, June 2010
To celebrate its 25th anniversary, Ondine, now distributed by Select but still operating independently, have released five bargain twofers in “a limited edition available in 2010 only.” Each comprises titles from their best-selling backlist to showcase five of their star artists: sopranos Soile Isokoski and Karita Mattila, violinist Pella Kuusisto, clarinettist Kari Kriikku and the singer featured here, baritone Jorman Hynninen.
“Essential Highlights” is somewhat misleading, in that rather than offering snippets, the programme provided here consists of telling accounts of Schubert’s two most celebrated song-cycles, both recorded by Hynninen in his prime in 1988. “Die schöne Müllerin” is slightly unusual in that it is more often sung by a tenor, although there have been many recordings made by baritones. “Winterreise” is sung in its most familiar tessitura—but again, we have had highly successful versions recorded by singers of other vocal categories, especially mezzo Brigitte Fassbänder and contralto Nathalie Stutzmann. Not being much of a fan of Fischer-Dieskau, I am unused to hearing a baritone in “Die schöne Müllerin” and take as my yardstick recordings by tenors Aksel Schiøtz, Fritz Wunderlich and, more recently, Jonas Kaufmann—although the latter evidently has more of a baritonal colouring to his voice than his silvery predecessors. In general, I feel that this music really demands a tenor voice to make its full impact, so I began listening inclined to make disparaging comparisons between Hynninen and his tenor competitors.
I have to say that his singing wholly disarmed my prejudice, even if I still persist in favouring a tenor version. A lot of his success has to do with the brilliance and sensitivity of Rolf Gothóni his accompanist—perhaps the wrong word, given the prominence and beauty of the piano part, but more of that anon. Born in 1941, Hynninen has been one of the pre-eminent Finnish singers of the last thirty years. He possesses a flexible, slightly grainy, husky baritone with a light vibrato, an easy top and rich low notes. He has performed very successfully in opera but is particularly renowned for his interpretations of Schubert, making this bargain set indispensable to any lover of Lieder or any of his fans who do not already own these discs.
His freedom and naturalness with the German text suggests that he is quite at home in the language, without sharing Fischer-Dieskau’s propensity for preciosity and for pouncing on words. I also happen to think that he has a more beautiful voice than DF-D, but that is a question of personal taste. I was surprised to find that the transpositions Hynninen requires are often by no more than a tone downwards and sometimes not at all. There are fleeting moments of strain or ungainliness in fast-moving songs with higher-flying passages such “Der Jäger”—but tenor Kaufmann has the same passing difficulties, inherent in a heftier voice having to take on such music. Hynninen counteracts the possibility of a baritone being unable to convey a sense of lost, bewildered youth by frequently lightening his voice into a tender, touching mezza voce and employing falsetto for particular effects, such as in the closing cradle-song “Des Baches Wiegenlied”.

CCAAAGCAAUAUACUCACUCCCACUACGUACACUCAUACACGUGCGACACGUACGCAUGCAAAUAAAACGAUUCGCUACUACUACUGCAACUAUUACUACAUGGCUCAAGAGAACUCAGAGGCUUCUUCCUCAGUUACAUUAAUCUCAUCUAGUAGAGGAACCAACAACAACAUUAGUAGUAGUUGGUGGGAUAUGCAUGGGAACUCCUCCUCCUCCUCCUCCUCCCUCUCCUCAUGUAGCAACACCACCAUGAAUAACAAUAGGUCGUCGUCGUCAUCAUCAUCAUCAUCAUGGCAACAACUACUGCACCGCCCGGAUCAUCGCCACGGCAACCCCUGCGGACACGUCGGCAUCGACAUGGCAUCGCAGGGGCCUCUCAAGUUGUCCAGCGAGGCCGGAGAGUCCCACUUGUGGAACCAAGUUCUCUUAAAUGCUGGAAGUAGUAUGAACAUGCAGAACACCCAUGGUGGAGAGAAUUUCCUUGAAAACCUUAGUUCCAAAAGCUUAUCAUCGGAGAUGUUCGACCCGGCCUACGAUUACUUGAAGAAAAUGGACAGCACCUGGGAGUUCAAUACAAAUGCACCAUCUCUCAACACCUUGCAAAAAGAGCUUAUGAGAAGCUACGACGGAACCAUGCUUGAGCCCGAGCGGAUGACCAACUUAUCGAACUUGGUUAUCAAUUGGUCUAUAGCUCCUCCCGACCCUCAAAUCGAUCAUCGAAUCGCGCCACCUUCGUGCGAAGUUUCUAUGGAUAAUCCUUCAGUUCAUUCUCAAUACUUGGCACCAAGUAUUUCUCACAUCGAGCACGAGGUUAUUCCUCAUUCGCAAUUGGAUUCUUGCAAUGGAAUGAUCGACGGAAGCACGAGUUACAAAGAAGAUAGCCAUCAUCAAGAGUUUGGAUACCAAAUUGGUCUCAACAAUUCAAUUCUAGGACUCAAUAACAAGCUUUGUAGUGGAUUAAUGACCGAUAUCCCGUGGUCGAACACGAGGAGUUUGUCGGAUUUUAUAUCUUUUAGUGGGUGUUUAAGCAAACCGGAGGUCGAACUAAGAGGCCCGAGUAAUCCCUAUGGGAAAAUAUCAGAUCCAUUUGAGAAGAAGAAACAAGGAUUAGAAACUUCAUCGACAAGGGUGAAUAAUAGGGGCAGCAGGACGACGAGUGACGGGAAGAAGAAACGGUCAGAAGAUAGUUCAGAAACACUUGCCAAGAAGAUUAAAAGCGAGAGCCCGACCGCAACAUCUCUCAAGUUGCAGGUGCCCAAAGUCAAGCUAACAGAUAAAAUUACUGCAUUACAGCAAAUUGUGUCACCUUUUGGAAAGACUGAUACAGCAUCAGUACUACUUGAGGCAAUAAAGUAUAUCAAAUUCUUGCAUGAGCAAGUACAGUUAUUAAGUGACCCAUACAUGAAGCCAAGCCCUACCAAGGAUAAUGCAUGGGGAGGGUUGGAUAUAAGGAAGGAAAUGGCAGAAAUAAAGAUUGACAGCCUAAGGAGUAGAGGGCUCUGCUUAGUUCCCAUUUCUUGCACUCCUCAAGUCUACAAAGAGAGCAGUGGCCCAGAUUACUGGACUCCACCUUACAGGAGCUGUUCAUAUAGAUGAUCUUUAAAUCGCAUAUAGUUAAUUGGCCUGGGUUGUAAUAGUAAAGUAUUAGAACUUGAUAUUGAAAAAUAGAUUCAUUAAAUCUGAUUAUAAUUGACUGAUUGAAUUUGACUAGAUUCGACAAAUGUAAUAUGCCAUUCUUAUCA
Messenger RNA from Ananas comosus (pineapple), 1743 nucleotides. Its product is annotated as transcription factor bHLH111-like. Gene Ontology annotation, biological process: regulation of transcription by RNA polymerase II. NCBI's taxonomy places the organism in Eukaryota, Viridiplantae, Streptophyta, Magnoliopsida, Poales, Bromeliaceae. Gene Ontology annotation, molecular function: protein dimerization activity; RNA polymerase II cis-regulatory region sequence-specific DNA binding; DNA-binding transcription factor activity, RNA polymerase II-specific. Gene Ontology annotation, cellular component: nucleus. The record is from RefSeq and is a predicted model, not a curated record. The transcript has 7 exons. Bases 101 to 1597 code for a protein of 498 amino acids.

Hynninen and Gothóni attack “Das Wandern”, the opening song of “Die schöne Müllerin”, at such a pace that I was temporarily taken aback, but I suspect that this was a deliberate choice to counteract immediately any effect of lugubriousness which a lower-pitched voice might engender. Tempi in general are brisk; both artists rely more on precise, calculated articulation of both notes and texts to delineate emotion rather than an all-purpose melancholy. They seem well attuned to poet Wilhelm Müller’s exploitation of that very Romantic technique of pathetic fallacy; as the narrators contemplate the rippling brook or trudge through the bleak landscape, their emotions are palpably embodied in the interplay between voice and piano and the listener is drawn into this world of metaphysical projection. Hynninen’s personae in both cycles emerge as very real and very human, operating in a vividly realised, naturalistic context.
Gothóni is simply the best pianist I have heard in this music since Gerald Moore; his playing complements perfectly the singer’s emotional range, especially in “Winterreise”. It is noticeable that its vocal topography suits Hynninen slightly better than “Die Schöne Müllerin”; as he moves from a haunting half-voice to a more extrovert and operatic register, Gothoni shadows him, unhurried and sonorous in “Das Wirtshaus”, nervy and agitated in “Im Dorfe, defiant and emphatic in “Mut”. Singer and pianist are equal partners, each varying the dynamics, employing rubato and momentary hesitations to heighten or lower the emotional temperature, particularly in “Der Lindenbaum”, a key, core song, whose opening affords a moment of repose before the stark intrusion of “Die kalten Winden bliesen”. The culmination of the cycle is “Der Leiermann”, that most haunting and disturbing of songs; Hynninen and Gothóni combine to evoke the strange beauty of the benumbed, trance-like state of a narrator “half in love with easeful Death.”.
There are literally scores—hundreds?—of recordings of these two song-cycles available at any one time to the collector and a top recommendation is impossible. Just as many adore Fischer-Dieskau, there are some who swear by Ian Bostridge’s version. I do not share their enthusiasm and as such am happy to endorse Hynninen’s artistry as being at least on a par with theirs, if not superior, although I would still turn first to a favourite tenor to hear “Die Schöne Müllerin”, fine though Hynninen is.